Three of the largest private equity firms in the U.S. have agreed to settle a seven year old lawsuit that accuses them of conspiring to drive down the price of takeover targets. Kohlberg Kravis Robert, the Blackstone Group and TPG have revealed on Aug 7 that they will pay a combined $325 million, the New York Times reports that the details of the settlement were finalized in late July, but had been kept quiet until the announcement.
The lawsuit, which was filed in 2007, alleged that seven high powered private equity firms acted as unofficial partners, colluding to drive down the cost of valuable corporate targets. Emails citied in the suit indicate that the private equity firms involved would agree not to bid on certain target as part of a larger understanding, effectively reducing competition for the deals.
Of the seven group originally cited in the lawsuit, six have now settled. Prior to this announcement, Bain Capital, Silver Lake and Goldman agreed to pay a combined $150.5 million. The Carlyle group is now the lone holdout of the seven. The New York Time reports that a spokesman for Carlyle said in an emailed statement that, “These claims are without merit and we will continue to vigorously contest the allegations.”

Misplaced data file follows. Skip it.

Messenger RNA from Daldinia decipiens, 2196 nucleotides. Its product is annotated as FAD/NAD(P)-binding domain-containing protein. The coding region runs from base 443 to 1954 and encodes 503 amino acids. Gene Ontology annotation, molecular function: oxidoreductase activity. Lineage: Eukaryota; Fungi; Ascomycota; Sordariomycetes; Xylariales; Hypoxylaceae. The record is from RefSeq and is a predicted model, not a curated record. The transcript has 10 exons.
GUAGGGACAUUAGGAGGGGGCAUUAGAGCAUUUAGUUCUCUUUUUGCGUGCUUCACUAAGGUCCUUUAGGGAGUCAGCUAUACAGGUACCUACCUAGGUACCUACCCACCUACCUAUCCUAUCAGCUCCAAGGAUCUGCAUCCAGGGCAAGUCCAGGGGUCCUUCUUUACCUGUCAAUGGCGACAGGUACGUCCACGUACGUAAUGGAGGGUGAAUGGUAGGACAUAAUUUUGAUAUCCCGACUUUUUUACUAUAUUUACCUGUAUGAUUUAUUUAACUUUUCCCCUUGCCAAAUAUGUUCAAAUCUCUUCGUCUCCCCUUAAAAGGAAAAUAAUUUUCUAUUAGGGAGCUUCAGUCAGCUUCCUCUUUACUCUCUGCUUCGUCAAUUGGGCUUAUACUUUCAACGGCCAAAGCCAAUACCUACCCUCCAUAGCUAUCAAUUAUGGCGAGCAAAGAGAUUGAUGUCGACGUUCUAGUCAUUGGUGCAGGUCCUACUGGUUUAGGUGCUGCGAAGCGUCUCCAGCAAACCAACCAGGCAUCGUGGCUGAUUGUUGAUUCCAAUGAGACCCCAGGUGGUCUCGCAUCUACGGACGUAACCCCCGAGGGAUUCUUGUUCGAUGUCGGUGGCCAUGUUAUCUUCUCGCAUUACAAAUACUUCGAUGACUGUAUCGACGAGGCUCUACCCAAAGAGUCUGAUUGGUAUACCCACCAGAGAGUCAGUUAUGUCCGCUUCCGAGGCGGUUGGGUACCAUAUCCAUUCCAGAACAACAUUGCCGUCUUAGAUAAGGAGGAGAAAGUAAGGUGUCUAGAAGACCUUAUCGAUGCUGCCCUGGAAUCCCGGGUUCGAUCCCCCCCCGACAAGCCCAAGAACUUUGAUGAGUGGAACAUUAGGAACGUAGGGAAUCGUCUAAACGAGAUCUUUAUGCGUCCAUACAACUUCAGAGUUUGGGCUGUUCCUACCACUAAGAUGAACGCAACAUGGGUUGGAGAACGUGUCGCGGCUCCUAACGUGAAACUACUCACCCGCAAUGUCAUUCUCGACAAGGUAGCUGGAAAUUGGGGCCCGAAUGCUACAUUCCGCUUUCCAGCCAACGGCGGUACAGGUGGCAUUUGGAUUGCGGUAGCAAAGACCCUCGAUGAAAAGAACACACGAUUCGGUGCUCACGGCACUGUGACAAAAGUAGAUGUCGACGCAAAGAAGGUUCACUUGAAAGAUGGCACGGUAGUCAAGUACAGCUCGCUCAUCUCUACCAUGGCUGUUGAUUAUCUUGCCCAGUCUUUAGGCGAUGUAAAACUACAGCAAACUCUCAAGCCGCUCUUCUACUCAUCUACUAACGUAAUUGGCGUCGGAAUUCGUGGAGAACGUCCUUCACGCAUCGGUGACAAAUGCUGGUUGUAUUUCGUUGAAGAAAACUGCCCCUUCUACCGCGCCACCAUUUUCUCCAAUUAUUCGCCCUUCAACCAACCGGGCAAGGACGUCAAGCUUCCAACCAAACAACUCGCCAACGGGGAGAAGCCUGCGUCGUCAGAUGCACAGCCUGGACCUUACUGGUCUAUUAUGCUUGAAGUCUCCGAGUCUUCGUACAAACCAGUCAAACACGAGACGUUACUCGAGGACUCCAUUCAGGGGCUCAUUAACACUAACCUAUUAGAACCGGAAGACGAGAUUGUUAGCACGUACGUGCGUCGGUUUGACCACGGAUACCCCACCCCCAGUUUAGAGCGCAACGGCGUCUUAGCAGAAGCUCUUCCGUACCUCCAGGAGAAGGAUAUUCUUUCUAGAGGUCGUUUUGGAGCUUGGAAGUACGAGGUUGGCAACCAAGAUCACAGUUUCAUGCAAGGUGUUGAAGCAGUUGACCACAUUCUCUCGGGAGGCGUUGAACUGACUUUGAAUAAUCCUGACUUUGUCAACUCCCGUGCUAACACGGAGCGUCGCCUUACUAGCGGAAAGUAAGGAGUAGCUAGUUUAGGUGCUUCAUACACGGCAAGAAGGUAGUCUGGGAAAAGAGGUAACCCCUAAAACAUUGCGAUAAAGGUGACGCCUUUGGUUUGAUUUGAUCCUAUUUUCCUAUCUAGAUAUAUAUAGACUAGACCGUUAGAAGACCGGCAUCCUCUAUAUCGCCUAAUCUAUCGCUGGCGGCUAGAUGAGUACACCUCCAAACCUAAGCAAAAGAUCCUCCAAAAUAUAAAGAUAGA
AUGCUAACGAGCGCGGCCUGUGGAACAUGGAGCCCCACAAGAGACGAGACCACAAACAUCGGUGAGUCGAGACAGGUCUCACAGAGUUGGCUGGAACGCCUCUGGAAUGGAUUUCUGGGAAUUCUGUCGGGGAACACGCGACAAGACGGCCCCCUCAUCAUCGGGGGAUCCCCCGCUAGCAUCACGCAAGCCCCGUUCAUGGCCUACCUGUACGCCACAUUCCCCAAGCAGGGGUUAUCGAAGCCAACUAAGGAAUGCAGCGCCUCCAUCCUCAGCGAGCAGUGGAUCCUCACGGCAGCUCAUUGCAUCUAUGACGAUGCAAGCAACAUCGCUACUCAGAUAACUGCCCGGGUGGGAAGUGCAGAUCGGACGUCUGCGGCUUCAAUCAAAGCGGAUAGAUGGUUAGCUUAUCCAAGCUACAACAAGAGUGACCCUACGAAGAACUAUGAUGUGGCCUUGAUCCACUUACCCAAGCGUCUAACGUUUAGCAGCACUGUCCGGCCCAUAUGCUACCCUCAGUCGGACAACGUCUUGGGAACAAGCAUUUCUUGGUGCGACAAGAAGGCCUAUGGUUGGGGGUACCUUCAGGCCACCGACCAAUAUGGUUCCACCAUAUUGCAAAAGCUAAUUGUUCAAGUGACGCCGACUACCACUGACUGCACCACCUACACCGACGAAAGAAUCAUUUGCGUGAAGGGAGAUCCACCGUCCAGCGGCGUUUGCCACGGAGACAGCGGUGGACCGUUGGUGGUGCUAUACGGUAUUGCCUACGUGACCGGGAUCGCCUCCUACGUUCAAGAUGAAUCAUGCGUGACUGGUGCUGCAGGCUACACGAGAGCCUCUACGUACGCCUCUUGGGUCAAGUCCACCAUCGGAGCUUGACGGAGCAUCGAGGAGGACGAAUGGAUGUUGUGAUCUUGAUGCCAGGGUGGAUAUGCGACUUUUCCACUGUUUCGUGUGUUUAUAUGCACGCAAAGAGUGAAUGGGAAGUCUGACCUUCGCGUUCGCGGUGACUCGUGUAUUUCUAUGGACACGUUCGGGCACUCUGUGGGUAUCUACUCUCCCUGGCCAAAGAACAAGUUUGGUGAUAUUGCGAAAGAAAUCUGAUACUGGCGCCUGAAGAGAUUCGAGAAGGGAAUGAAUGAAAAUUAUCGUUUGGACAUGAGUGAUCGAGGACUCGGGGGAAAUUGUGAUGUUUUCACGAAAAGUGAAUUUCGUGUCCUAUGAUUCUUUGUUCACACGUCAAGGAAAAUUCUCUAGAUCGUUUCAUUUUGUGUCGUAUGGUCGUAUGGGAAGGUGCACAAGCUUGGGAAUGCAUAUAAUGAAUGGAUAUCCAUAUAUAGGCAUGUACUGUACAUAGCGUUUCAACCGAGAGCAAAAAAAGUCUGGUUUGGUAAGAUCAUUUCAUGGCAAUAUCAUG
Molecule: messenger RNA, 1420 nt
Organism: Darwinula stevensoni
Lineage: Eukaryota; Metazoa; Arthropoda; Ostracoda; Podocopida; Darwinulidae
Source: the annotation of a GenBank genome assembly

The plaintiffs included pension funds in Detroit in Omaha, as well as a handful of shareholders who dumped stocked following the private equity buyouts affected.
That may be true, but as the other defendants await approval for the settlement, the pressure will continue to mount. In September, a Massachusetts federal district court judge will decide whether the settlements get approved, and more importantly whether or not it could be considered for class action.
Should it be the only one of the groups to go to trial, the Carlyle Group could be responsible for a disproportionate amount of damages for its part in the alleged collusion.